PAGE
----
March 31, 2020
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Judith Brown

The Oxford historian and author of eight books on India, including biographies of Nehru and Gandhi, on her new release, Global South Asians

Judith Brown
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What fascinates you about this country?

I was born here. But only as a student in Cambridge I realised I’d study India forever.

What did you discover about Gandhi?

He wanted to spend time in investigating natural remedies like good diet and sunshine. Building people’s lives was his main concern.

You failed to explore the continuities between Nehru’s secular nationalism and the rise of Hindu nationalism in India.

I don’t think they can be linked directly. The ideological and rhetorical space vacated by Indira’s Congress led to the Hindu nationalists.

Is the Indian democratic system a success?

Yes, apart from the Emergency.

What are its strengths?

The strong organs of civil society like education and press, the scaffolding of democracy.

What issues need to be urgently addressed?

Empowerment of the marginalised.

Could the Constituent Assembly have done something differently to reduce our ills?

You can legislate for reforms but they couldn’t have guessed how it would be implemented.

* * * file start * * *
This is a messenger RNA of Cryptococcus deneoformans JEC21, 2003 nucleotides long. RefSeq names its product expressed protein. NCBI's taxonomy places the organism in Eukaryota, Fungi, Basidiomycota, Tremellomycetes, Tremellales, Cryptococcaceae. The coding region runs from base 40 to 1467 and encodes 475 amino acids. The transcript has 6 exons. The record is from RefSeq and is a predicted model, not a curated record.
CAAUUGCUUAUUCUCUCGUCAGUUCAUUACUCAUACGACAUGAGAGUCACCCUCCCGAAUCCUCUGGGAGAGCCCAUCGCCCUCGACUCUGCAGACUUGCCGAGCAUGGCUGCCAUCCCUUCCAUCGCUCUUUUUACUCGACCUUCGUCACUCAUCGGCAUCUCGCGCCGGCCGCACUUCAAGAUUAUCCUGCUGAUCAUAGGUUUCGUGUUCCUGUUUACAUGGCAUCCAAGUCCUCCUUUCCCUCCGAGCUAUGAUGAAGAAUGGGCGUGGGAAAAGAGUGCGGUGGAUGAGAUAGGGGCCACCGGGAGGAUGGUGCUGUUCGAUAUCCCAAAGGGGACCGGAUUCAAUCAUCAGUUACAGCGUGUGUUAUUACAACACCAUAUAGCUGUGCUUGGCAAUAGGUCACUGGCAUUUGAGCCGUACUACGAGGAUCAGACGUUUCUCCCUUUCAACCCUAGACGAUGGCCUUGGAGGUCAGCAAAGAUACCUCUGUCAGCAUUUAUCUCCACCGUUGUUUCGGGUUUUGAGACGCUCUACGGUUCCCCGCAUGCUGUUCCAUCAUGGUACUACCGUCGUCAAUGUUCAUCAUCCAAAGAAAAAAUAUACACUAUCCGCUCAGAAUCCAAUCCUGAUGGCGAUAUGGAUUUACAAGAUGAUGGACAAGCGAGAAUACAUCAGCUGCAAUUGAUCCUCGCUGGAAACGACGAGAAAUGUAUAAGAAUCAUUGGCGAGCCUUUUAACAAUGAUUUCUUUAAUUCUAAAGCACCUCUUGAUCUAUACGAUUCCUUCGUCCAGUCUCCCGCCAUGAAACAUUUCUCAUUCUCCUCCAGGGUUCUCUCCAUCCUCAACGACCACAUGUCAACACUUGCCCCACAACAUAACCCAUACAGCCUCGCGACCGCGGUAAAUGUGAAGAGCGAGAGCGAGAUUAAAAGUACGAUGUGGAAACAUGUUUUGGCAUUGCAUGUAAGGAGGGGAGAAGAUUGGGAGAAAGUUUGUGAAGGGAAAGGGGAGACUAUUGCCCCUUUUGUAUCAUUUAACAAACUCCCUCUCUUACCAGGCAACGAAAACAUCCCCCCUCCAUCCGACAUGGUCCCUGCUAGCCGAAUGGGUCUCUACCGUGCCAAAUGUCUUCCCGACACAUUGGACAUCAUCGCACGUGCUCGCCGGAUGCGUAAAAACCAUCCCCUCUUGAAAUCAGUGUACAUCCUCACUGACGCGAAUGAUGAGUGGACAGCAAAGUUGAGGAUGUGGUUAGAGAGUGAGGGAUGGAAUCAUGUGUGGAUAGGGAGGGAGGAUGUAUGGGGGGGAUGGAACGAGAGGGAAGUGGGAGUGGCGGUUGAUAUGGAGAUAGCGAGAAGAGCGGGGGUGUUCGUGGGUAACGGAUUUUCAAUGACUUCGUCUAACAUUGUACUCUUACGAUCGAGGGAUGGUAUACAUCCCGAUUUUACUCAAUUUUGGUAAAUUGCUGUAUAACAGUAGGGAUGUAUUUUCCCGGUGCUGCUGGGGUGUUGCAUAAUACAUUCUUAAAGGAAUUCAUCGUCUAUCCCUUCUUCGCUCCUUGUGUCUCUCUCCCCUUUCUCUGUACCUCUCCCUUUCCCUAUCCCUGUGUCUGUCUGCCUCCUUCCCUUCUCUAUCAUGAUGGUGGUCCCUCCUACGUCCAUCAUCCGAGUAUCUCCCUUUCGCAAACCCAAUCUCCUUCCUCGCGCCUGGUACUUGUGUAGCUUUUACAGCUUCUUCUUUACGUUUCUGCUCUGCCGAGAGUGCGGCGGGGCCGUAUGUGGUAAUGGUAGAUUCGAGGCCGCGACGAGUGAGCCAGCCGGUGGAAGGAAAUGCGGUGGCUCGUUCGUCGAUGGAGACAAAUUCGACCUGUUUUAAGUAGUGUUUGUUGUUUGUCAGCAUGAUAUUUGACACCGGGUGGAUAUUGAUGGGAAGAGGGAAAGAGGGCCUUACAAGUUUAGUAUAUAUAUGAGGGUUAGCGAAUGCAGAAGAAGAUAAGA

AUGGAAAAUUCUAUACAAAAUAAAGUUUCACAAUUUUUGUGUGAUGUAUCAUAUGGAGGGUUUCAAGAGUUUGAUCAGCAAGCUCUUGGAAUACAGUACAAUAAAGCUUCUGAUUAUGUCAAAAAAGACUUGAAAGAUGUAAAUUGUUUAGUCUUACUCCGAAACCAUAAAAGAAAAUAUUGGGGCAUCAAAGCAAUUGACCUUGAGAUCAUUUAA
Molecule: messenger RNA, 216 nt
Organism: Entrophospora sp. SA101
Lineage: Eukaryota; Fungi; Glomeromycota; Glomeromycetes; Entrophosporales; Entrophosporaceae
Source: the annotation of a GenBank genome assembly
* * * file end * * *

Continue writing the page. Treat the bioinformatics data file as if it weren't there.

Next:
What is Global South Asians about?

The five groups of the South Asian community all over the world—indentured labour, free workers in the British Empire, unskilled workers who migrated after Independence, twice migrants (those forced out by the rise of indigenous nationalism) and the highly skilled migrants.

What did you show about these groups?

The three challenges they’ve dealt with: making homes and communities, integrating into the new homeland and relating to the old homeland. All three processes have tremendous impact on the way these communities live.

Does the South Asian diaspora affect politics and writing in India?

Romila Thapar was attacked by Indians in the US when she was given a visiting chair at the Library of Congress. It was an effort to mould the study of Indian history.

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